Netflix premiered the Indian film RRR in the US on May 20, 2022. The Telugu-language movie (released in Hindi and English in the US) was directed by S. S. Rajamouli who co-wrote the story with V. Vijayendra Prasad. Set in 1920, the fictional tale follows two Indian revolutionaries as they separately challenge the English rule in India in their own ways.
RRR might be best described (from an American point-of-view) as a hyper-action film with a dose of West Side Story. Yeah, West Side Story. But don’t get turned off if you’re not into musicals. There is really only one scene that features ballroom dancing. The rest of the film is a mix of drama, comedy, and action.
At times, RRR is also a brutal movie that isn’t for the faint-hearted. Add a drop of violence from á la Inglorious Basterds into the mix and we’re getting closer to defining the genre. Or, maybe the genre doesn’t need to be defined. Maybe we can just call it “fun.” But we’re here to discuss the video and audio quality of RRR. So, let’s get to it.
RRR is presented in super-sharp 4k resolution but without Dolby Vision HDR. Not that it needs it. The color palette in the film is already super-saturated and contrasty, as if the video was passed through an Instagram filter. Does RRR hold up to the standards we are used to? It certainly does.
At eight minutes you can get a wide shot of a crowd that is very impressive. The color is minimal but rich with detail. The barbed wire in this specific shot really displays the clarity that content is capable of in 4K. The close-ups of eyes, mustaches, and military medals on the uniforms are also evidence of this high-quality video (check out how clear the name tags are!).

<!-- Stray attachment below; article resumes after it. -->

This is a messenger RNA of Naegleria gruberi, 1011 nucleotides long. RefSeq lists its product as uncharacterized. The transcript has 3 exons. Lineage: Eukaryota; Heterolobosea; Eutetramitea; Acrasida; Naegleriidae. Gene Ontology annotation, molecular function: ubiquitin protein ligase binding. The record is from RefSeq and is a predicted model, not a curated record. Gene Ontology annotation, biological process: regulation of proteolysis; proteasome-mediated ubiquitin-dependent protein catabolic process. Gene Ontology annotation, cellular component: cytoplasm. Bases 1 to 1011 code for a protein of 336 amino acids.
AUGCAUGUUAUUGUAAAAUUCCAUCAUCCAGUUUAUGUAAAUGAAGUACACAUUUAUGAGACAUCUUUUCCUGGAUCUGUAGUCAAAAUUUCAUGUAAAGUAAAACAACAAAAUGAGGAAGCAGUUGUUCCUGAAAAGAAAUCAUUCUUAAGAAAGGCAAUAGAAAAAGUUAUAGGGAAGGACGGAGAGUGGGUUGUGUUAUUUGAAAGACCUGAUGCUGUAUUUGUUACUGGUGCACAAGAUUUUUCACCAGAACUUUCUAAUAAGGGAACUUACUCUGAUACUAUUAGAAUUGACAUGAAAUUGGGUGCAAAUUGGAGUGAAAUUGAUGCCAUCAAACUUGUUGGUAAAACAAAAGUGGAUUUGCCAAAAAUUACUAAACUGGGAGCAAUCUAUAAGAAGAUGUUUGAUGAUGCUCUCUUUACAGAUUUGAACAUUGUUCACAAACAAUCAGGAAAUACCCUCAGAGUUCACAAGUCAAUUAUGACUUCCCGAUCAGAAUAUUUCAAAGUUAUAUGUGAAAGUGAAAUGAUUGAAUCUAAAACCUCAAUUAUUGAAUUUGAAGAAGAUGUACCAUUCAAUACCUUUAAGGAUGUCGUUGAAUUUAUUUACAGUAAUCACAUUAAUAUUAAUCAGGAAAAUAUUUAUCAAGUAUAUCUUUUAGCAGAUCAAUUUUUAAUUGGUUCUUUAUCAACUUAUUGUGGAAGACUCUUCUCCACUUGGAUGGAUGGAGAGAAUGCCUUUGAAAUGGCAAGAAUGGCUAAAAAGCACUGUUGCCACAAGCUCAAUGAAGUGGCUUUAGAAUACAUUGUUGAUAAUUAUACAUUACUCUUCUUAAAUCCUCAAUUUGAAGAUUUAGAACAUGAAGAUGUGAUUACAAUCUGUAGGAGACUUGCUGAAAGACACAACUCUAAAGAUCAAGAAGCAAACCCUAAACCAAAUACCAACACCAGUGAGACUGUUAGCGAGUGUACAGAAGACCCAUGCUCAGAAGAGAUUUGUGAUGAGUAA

The big dancing scene (referred to as “Let’s Naacho”), is, let’s just say, goofy and unforgettable. But the video quality is something you won’t forget – a very bright image with good sharpness and color saturation. It would be great to see this on 4k Blu-ray with HDR, however, where some of the blown-out highlights might be recovered.
Starting with the opening credits and music score, the audio is a left-to-right and front-to-rear experience. We reviewed RRR on three different audio systems. The first was a five-channel system with two front towers, a center 2-way, two side speakers, and a sub-woofer. This was obviously the best way to hear the film. The dynamic range was clear through the various frequencies and at key moments filled the space. The dialogue is crisp. Some sound effects probably didn’t need to be so overexaggerated, as in knife punctures and kicks to the body, but you might expect that type of sensationalism in a film like this.
The sound design elements and the music score (both by M. M. Keeravani) tended to move to the side channels more than anything else. Audio in the rear channels was sparse but popped up here and there. The scene where Raju leads Bheem to be hanged has some excellent audio design that puts the viewer in the chase. The finale of the movie seemed to have some of the best immersive sound. Effects and music score elements move around subtly, but gunshots (although maybe placed randomly) are dropped into the rear speakers.
The second audio review was done with high-quality Sony headphones connected via Bluetooth. The sound really moved around even with just two channels (left and right ears). The third audio system was a Sony Atmos sound bar 7.1 with a subwoofer. This setup (as expected) provided a mainly frontal audio approach with occasional movements from the left and right sides.
All three systems provided an excellent experience, each with its own qualities that worked for the film.
RRR is a blast. At 182 minutes it’s a long movie that may call for one or two breaks but you may find yourself wanting to get back to the story real quick. The CG animals don’t exactly fool you into thinking they are real (in fact, a disclaimer at the beginning of the film tells you no animals were harmed in the making of the film) but if you can just suspend your disbelief for a bit the story becomes even more fun. The 4k presentation is really good. The close-ups are extremely sharp, but we’d still love to see what this could look like on 4k Blu-ray or as a 100GB download. As far as audio, the music composition, sound design, and dialogue are vibrant throughout.